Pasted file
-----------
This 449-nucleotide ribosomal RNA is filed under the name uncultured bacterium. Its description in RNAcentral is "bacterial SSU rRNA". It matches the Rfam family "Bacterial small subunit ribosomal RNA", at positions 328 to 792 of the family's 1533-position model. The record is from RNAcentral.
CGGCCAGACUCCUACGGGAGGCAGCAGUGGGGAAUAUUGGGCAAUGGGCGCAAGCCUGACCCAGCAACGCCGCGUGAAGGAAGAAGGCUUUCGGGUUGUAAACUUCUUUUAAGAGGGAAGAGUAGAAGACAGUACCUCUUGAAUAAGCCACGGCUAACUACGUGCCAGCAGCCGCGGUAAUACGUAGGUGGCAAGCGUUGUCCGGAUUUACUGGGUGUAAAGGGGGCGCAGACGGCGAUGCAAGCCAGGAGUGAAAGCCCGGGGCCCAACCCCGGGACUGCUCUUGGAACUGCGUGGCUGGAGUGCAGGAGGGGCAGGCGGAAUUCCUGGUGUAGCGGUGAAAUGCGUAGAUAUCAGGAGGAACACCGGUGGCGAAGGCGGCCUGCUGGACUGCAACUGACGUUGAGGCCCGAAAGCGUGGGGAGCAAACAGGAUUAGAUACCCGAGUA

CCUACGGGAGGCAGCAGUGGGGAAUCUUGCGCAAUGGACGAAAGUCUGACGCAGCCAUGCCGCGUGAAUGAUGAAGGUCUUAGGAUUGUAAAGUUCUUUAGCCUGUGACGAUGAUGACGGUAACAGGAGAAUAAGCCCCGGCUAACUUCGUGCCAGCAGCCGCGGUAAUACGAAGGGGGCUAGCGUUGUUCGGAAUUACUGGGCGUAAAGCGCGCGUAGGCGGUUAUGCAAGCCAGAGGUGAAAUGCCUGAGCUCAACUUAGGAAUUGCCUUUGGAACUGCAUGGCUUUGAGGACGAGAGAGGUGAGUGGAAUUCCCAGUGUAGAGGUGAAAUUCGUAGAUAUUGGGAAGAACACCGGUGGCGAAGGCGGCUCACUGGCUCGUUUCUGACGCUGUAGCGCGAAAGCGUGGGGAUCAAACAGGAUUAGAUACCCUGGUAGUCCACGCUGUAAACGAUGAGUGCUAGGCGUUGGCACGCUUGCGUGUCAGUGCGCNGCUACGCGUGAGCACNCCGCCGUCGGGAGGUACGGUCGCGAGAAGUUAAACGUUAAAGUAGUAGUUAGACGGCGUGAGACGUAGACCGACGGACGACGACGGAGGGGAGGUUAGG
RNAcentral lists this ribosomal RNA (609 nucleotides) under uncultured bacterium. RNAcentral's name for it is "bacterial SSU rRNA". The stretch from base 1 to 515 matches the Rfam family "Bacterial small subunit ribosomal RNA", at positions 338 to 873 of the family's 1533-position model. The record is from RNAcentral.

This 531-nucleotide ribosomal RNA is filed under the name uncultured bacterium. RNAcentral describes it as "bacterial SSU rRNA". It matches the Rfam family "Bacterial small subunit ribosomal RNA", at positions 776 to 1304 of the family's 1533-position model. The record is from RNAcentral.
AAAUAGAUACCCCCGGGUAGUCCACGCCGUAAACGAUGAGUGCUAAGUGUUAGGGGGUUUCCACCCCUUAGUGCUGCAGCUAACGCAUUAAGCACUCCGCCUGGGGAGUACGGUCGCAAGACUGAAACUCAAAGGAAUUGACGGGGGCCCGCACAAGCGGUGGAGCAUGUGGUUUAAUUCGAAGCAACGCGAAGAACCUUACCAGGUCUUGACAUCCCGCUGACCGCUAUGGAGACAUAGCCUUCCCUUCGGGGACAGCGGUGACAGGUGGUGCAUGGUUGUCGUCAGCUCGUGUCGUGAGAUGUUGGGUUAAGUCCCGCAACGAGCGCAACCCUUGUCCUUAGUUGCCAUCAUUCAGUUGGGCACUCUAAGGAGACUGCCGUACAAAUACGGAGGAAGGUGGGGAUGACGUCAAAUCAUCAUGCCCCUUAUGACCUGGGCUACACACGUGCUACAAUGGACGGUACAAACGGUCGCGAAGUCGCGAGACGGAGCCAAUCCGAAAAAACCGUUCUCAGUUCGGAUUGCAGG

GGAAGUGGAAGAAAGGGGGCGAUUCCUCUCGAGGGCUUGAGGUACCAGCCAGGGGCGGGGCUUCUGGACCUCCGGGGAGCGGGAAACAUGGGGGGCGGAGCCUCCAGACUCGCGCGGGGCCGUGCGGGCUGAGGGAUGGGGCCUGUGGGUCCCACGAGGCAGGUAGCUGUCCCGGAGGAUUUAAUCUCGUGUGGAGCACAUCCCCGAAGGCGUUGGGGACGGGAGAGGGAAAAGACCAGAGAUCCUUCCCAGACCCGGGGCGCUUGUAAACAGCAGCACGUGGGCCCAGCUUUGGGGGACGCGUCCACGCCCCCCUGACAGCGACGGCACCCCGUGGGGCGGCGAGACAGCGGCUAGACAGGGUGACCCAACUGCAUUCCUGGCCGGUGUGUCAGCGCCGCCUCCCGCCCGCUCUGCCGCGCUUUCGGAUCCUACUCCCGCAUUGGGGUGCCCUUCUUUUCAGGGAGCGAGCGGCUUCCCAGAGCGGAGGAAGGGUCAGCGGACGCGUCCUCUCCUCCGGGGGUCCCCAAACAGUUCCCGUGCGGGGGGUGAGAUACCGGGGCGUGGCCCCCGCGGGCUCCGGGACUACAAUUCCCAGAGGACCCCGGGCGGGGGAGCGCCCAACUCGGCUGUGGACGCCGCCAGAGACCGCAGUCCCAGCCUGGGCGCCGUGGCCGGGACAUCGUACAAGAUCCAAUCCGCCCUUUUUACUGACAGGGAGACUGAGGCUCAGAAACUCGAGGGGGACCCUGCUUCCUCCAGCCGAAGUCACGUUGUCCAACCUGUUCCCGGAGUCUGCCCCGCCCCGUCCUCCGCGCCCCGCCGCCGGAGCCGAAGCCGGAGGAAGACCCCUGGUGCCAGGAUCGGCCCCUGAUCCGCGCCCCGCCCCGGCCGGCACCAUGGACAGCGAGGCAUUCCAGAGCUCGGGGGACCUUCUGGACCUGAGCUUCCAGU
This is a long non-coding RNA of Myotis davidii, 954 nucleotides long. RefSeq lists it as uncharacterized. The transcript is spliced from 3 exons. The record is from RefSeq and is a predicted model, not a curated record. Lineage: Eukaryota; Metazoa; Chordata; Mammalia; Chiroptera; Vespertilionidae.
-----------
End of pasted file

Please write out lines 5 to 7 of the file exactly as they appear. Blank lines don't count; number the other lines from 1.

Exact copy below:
This 531-nucleotide ribosomal RNA is filed under the name uncultured bacterium. RNAcentral describes it as "bacterial SSU rRNA". It matches the Rfam family "Bacterial small subunit ribosomal RNA", at positions 776 to 1304 of the family's 1533-position model. The record is from RNAcentral.
AAAUAGAUACCCCCGGGUAGUCCACGCCGUAAACGAUGAGUGCUAAGUGUUAGGGGGUUUCCACCCCUUAGUGCUGCAGCUAACGCAUUAAGCACUCCGCCUGGGGAGUACGGUCGCAAGACUGAAACUCAAAGGAAUUGACGGGGGCCCGCACAAGCGGUGGAGCAUGUGGUUUAAUUCGAAGCAACGCGAAGAACCUUACCAGGUCUUGACAUCCCGCUGACCGCUAUGGAGACAUAGCCUUCCCUUCGGGGACAGCGGUGACAGGUGGUGCAUGGUUGUCGUCAGCUCGUGUCGUGAGAUGUUGGGUUAAGUCCCGCAACGAGCGCAACCCUUGUCCUUAGUUGCCAUCAUUCAGUUGGGCACUCUAAGGAGACUGCCGUACAAAUACGGAGGAAGGUGGGGAUGACGUCAAAUCAUCAUGCCCCUUAUGACCUGGGCUACACACGUGCUACAAUGGACGGUACAAACGGUCGCGAAGUCGCGAGACGGAGCCAAUCCGAAAAAACCGUUCUCAGUUCGGAUUGCAGG

GGAAGUGGAAGAAAGGGGGCGAUUCCUCUCGAGGGCUUGAGGUACCAGCCAGGGGCGGGGCUUCUGGACCUCCGGGGAGCGGGAAACAUGGGGGGCGGAGCCUCCAGACUCGCGCGGGGCCGUGCGGGCUGAGGGAUGGGGCCUGUGGGUCCCACGAGGCAGGUAGCUGUCCCGGAGGAUUUAAUCUCGUGUGGAGCACAUCCCCGAAGGCGUUGGGGACGGGAGAGGGAAAAGACCAGAGAUCCUUCCCAGACCCGGGGCGCUUGUAAACAGCAGCACGUGGGCCCAGCUUUGGGGGACGCGUCCACGCCCCCCUGACAGCGACGGCACCCCGUGGGGCGGCGAGACAGCGGCUAGACAGGGUGACCCAACUGCAUUCCUGGCCGGUGUGUCAGCGCCGCCUCCCGCCCGCUCUGCCGCGCUUUCGGAUCCUACUCCCGCAUUGGGGUGCCCUUCUUUUCAGGGAGCGAGCGGCUUCCCAGAGCGGAGGAAGGGUCAGCGGACGCGUCCUCUCCUCCGGGGGUCCCCAAACAGUUCCCGUGCGGGGGGUGAGAUACCGGGGCGUGGCCCCCGCGGGCUCCGGGACUACAAUUCCCAGAGGACCCCGGGCGGGGGAGCGCCCAACUCGGCUGUGGACGCCGCCAGAGACCGCAGUCCCAGCCUGGGCGCCGUGGCCGGGACAUCGUACAAGAUCCAAUCCGCCCUUUUUACUGACAGGGAGACUGAGGCUCAGAAACUCGAGGGGGACCCUGCUUCCUCCAGCCGAAGUCACGUUGUCCAACCUGUUCCCGGAGUCUGCCCCGCCCCGUCCUCCGCGCCCCGCCGCCGGAGCCGAAGCCGGAGGAAGACCCCUGGUGCCAGGAUCGGCCCCUGAUCCGCGCCCCGCCCCGGCCGGCACCAUGGACAGCGAGGCAUUCCAGAGCUCGGGGGACCUUCUGGACCUGAGCUUCCAGU